Ann Lee Miller grew up in Florida, where she lived on a sailboat for a while, and now lives in Phoenix with her husband, who is a pastor. They have three grown children.

Ann has a degree in Creative Writing from Ashland University and is a full time writer. She is the author of four novels, as well as publications in magazines and newspapers, and is currently working on her fifth. Ann reached the second round in the 2012 Amazon Breakout Novel Award contest with her book Tattered Innocence and  won First Place, Long Contemporary in the 2009 Romance Writers of America Faith, Hope and Love Contest for Kicking Eternity.

Ann is a speaker as well as a writer, and loves to stay in touch with her fans:

Ann has something special to offer the readers of More Than a Review!

  • You can have a free copy of Kicking Eternity by leaving your email address in the comments.
  • You can read the first chapter of Avra’s God in our excerpt.
  • In addition, one lucky winner will receive a free e-copy (any format) of Avra’s God.

Leave a comment for Ann below to enter the giveaway!

We caught up with Ann and asked her a few questions…

MTAR: Can you tell us a little bit about yourself?

Ann Lee Miller: I live in Phoenix, but left my heart in New Smyrna Beach, Florida, where I grew up. I love speaking to young adults and guest lecture on writing at several Arizona colleges.

MTAR: What do you do when you are not writing?

Ann Lee Miller: When I’m not writing or muddling through some crisis—real or imagined—you’ll find me hiking in the Superstition Mountains with my pastor husband or meddling in my kids’ lives (22, 24, 26, 29).

MTAR: Which book do you recommend for a reader who is new to your writing?

Ann Lee Miller: I recommend Avra’s God because it is the first book, chronologically in the series—though all the books stand alone. Better yet, try Kicking Eternity, which is free on request at

MTAR: Can you tell us about your challenges in getting your first book published?

Ann Lee Miller: I wrote for 16 years before publishing with a small press, Flawed People Press. Though my writing progressed to the publishable stage, my books tended to be too mature for YA and too youthful for adult fiction. Also, they were too Christian for the secular market and too secular for the Christian market. I can’t tell you how glorious it is to hold my books in my hands after all these years.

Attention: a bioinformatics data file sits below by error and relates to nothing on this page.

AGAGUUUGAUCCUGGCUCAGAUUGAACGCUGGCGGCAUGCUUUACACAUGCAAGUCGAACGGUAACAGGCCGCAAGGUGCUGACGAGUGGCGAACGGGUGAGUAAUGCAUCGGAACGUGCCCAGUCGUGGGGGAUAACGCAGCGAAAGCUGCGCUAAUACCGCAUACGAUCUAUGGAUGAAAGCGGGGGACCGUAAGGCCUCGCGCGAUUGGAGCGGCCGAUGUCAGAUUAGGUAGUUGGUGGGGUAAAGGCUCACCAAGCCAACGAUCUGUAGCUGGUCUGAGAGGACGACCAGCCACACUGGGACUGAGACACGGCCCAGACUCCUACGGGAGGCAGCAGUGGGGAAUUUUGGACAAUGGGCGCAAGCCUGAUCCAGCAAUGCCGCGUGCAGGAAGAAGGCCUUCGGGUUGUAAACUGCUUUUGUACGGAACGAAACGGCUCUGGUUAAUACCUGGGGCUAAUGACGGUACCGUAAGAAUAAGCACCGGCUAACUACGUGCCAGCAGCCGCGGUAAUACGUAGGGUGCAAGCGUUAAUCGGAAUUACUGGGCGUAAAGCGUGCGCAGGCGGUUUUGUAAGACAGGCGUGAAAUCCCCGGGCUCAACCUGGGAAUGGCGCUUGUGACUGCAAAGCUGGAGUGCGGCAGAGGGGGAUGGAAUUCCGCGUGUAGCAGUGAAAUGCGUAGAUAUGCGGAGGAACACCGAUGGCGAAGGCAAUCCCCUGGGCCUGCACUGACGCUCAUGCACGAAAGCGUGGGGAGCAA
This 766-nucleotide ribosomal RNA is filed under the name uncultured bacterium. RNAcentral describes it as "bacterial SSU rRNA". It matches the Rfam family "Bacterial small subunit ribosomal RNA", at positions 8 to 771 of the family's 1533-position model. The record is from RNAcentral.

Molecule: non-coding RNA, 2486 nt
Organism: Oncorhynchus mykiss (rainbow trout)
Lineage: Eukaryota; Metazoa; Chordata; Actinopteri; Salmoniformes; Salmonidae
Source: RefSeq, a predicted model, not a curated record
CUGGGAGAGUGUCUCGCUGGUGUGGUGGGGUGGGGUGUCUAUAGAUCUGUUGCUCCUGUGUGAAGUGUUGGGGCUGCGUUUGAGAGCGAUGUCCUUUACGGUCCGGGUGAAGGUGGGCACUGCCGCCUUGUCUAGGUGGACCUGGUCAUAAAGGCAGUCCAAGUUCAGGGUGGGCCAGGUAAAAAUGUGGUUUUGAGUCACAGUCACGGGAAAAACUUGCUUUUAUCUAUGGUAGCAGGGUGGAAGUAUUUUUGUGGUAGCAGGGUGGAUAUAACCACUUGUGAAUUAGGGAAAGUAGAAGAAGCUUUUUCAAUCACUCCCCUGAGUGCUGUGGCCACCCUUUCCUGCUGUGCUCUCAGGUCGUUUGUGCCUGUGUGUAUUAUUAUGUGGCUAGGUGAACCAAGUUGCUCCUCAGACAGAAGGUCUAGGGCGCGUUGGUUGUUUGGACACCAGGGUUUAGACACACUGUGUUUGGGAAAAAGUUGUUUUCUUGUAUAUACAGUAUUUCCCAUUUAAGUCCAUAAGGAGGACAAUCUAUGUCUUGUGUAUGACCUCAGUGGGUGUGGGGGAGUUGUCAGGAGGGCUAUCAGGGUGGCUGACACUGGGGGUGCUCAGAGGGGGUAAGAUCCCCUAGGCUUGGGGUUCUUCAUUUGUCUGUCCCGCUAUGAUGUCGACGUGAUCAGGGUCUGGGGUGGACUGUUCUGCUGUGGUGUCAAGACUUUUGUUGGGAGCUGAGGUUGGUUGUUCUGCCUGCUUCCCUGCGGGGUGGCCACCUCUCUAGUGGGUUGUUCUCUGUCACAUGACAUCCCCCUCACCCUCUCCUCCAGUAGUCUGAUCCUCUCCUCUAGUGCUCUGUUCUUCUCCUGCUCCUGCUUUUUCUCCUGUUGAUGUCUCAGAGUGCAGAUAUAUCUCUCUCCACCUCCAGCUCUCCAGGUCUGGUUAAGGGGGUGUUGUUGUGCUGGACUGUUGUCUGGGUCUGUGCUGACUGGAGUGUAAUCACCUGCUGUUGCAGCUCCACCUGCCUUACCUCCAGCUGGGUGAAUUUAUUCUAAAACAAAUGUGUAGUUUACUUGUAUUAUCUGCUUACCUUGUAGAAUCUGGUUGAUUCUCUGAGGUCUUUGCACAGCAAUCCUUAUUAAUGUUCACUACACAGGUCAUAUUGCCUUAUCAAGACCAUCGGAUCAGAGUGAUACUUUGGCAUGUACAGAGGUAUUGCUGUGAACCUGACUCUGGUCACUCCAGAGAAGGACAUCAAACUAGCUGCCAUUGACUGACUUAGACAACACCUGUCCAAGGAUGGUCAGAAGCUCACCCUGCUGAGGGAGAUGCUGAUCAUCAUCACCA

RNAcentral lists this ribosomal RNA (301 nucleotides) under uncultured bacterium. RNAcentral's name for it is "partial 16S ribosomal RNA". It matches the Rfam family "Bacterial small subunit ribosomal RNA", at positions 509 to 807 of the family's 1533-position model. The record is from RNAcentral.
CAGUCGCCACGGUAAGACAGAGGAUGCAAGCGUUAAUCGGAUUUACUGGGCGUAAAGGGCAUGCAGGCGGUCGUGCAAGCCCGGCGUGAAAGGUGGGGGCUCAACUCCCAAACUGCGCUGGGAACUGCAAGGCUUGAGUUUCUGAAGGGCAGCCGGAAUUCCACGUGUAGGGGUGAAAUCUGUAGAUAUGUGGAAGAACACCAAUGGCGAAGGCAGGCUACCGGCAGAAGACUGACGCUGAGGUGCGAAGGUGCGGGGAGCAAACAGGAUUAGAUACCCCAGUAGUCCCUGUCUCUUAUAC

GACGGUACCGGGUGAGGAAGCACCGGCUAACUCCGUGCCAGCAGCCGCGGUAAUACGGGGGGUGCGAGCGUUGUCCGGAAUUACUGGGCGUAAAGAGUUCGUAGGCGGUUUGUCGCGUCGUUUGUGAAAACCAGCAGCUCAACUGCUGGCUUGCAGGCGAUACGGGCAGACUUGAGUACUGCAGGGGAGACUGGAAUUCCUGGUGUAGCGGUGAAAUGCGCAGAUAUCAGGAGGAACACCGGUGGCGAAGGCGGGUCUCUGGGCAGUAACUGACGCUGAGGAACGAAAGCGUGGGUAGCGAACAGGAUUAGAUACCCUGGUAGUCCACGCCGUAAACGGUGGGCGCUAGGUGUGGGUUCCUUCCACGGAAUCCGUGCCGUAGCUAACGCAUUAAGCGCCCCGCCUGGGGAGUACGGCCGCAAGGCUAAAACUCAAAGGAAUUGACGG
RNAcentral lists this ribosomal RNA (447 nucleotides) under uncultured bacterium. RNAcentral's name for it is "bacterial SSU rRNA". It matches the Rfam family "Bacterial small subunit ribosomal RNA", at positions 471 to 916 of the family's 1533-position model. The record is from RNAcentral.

MTAR: Can you tell us about your upcoming book?

Ann Lee Miller: Avra’s God launched December 1. Here’s the back cover:

In the tradition of The Sisterhood of the Traveling Pants, four friends navigate college and the drama churned up by their Florida beach band to cement friendship and more.
Avra wants love, but drummer Cisco—self-medicating from his parents’ divorce with sex and intoxicants—is a poor choice. Cisco hungers for fresh-baked cookies and the scent of family he finds at Avra’s.
Kallie shares her classically trained voice only with lead vocalist Jesse and fights to keep her heart safe. Jesse feeds on fame and hides more than insecurity beneath his guitar.
The friends surf ego, betrayal, and ambition and head for wipeout. But somehow, when they’re not looking, Avra’s God changes them all.

MTAR: What was your favorite chapter (or scene) to write and why?

Ann Lee Miller: I loved writing the scene where Jesse and Kallie meet because they immediately dive into a deep relationship even though both have plenty of reasons not to. Jesse is in the attic of an old shed singing and playing his guitar. Kallie, new in town, darts into the shed in a downpour. She falls asleep on the steps listening to Jesse’s original songs that cause her to know his heart even though she’s never seen him. Jesse nearly trips over Kallie and is instantly infatuated. Their connection is deep and enduring from the first, full of chemistry and angst.

MTAR: What has been the best compliment?

Ann Lee Miller: The thing I hear over and over again is that my books are extremely realistic. I love that!

MTAR: Do you have a specific writing style?

Ann Lee Miller: My books are fast-paced and emotion-packed, driven by snappy dialogue.

MTAR: Is there a message in your novel that you want readers to grasp?

Ann Lee Miller: Forgiveness is worth whatever it takes to get there.